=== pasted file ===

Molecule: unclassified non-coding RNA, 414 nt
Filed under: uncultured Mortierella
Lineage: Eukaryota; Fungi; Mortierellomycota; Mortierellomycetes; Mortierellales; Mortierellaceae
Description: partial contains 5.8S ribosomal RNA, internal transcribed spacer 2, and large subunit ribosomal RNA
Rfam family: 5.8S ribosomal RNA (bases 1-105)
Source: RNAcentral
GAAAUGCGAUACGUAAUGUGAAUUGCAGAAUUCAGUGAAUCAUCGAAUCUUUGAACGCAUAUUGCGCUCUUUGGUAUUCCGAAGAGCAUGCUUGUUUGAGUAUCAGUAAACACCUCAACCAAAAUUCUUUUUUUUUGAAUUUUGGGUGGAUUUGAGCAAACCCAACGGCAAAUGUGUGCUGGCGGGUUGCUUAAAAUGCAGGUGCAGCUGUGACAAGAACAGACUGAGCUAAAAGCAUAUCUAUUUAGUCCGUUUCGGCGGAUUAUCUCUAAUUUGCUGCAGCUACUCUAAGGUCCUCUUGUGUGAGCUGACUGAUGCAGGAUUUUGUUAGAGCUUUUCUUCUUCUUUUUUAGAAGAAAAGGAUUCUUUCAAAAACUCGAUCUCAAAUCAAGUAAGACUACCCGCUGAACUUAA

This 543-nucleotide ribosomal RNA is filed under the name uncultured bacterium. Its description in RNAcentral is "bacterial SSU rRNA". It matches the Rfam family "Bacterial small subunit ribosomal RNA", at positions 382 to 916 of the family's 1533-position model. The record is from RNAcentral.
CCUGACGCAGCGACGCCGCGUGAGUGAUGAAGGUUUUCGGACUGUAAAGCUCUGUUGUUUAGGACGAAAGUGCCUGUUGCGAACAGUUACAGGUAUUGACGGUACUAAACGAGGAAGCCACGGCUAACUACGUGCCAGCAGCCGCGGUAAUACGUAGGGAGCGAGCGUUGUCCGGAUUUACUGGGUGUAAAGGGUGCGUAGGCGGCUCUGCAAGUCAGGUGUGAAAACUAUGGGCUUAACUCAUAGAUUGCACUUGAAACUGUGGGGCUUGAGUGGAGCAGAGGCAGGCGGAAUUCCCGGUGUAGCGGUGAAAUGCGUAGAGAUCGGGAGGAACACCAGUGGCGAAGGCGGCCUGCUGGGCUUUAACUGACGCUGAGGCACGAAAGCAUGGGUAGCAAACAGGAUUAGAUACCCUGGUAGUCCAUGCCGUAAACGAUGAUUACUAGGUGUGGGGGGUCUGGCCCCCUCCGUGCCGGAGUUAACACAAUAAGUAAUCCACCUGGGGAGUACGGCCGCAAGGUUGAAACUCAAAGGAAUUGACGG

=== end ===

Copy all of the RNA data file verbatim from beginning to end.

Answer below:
Molecule: unclassified non-coding RNA, 414 nt
Filed under: uncultured Mortierella
Lineage: Eukaryota; Fungi; Mortierellomycota; Mortierellomycetes; Mortierellales; Mortierellaceae
Description: partial contains 5.8S ribosomal RNA, internal transcribed spacer 2, and large subunit ribosomal RNA
Rfam family: 5.8S ribosomal RNA (bases 1-105)
Source: RNAcentral
GAAAUGCGAUACGUAAUGUGAAUUGCAGAAUUCAGUGAAUCAUCGAAUCUUUGAACGCAUAUUGCGCUCUUUGGUAUUCCGAAGAGCAUGCUUGUUUGAGUAUCAGUAAACACCUCAACCAAAAUUCUUUUUUUUUGAAUUUUGGGUGGAUUUGAGCAAACCCAACGGCAAAUGUGUGCUGGCGGGUUGCUUAAAAUGCAGGUGCAGCUGUGACAAGAACAGACUGAGCUAAAAGCAUAUCUAUUUAGUCCGUUUCGGCGGAUUAUCUCUAAUUUGCUGCAGCUACUCUAAGGUCCUCUUGUGUGAGCUGACUGAUGCAGGAUUUUGUUAGAGCUUUUCUUCUUCUUUUUUAGAAGAAAAGGAUUCUUUCAAAAACUCGAUCUCAAAUCAAGUAAGACUACCCGCUGAACUUAA

This 543-nucleotide ribosomal RNA is filed under the name uncultured bacterium. Its description in RNAcentral is "bacterial SSU rRNA". It matches the Rfam family "Bacterial small subunit ribosomal RNA", at positions 382 to 916 of the family's 1533-position model. The record is from RNAcentral.
CCUGACGCAGCGACGCCGCGUGAGUGAUGAAGGUUUUCGGACUGUAAAGCUCUGUUGUUUAGGACGAAAGUGCCUGUUGCGAACAGUUACAGGUAUUGACGGUACUAAACGAGGAAGCCACGGCUAACUACGUGCCAGCAGCCGCGGUAAUACGUAGGGAGCGAGCGUUGUCCGGAUUUACUGGGUGUAAAGGGUGCGUAGGCGGCUCUGCAAGUCAGGUGUGAAAACUAUGGGCUUAACUCAUAGAUUGCACUUGAAACUGUGGGGCUUGAGUGGAGCAGAGGCAGGCGGAAUUCCCGGUGUAGCGGUGAAAUGCGUAGAGAUCGGGAGGAACACCAGUGGCGAAGGCGGCCUGCUGGGCUUUAACUGACGCUGAGGCACGAAAGCAUGGGUAGCAAACAGGAUUAGAUACCCUGGUAGUCCAUGCCGUAAACGAUGAUUACUAGGUGUGGGGGGUCUGGCCCCCUCCGUGCCGGAGUUAACACAAUAAGUAAUCCACCUGGGGAGUACGGCCGCAAGGUUGAAACUCAAAGGAAUUGACGG